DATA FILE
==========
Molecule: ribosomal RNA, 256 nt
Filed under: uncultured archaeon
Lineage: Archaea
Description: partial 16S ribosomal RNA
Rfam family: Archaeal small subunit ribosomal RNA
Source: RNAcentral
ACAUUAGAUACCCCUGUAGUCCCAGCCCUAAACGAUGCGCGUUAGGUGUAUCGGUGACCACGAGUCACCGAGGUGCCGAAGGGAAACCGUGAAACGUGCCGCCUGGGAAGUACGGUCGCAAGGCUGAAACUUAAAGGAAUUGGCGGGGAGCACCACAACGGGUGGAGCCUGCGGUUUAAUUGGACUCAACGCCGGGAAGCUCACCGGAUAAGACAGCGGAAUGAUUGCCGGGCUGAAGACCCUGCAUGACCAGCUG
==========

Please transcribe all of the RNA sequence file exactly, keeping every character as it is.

Molecule: ribosomal RNA, 256 nt
Filed under: uncultured archaeon
Lineage: Archaea
Description: partial 16S ribosomal RNA
Rfam family: Archaeal small subunit ribosomal RNA
Source: RNAcentral
ACAUUAGAUACCCCUGUAGUCCCAGCCCUAAACGAUGCGCGUUAGGUGUAUCGGUGACCACGAGUCACCGAGGUGCCGAAGGGAAACCGUGAAACGUGCCGCCUGGGAAGUACGGUCGCAAGGCUGAAACUUAAAGGAAUUGGCGGGGAGCACCACAACGGGUGGAGCCUGCGGUUUAAUUGGACUCAACGCCGGGAAGCUCACCGGAUAAGACAGCGGAAUGAUUGCCGGGCUGAAGACCCUGCAUGACCAGCUG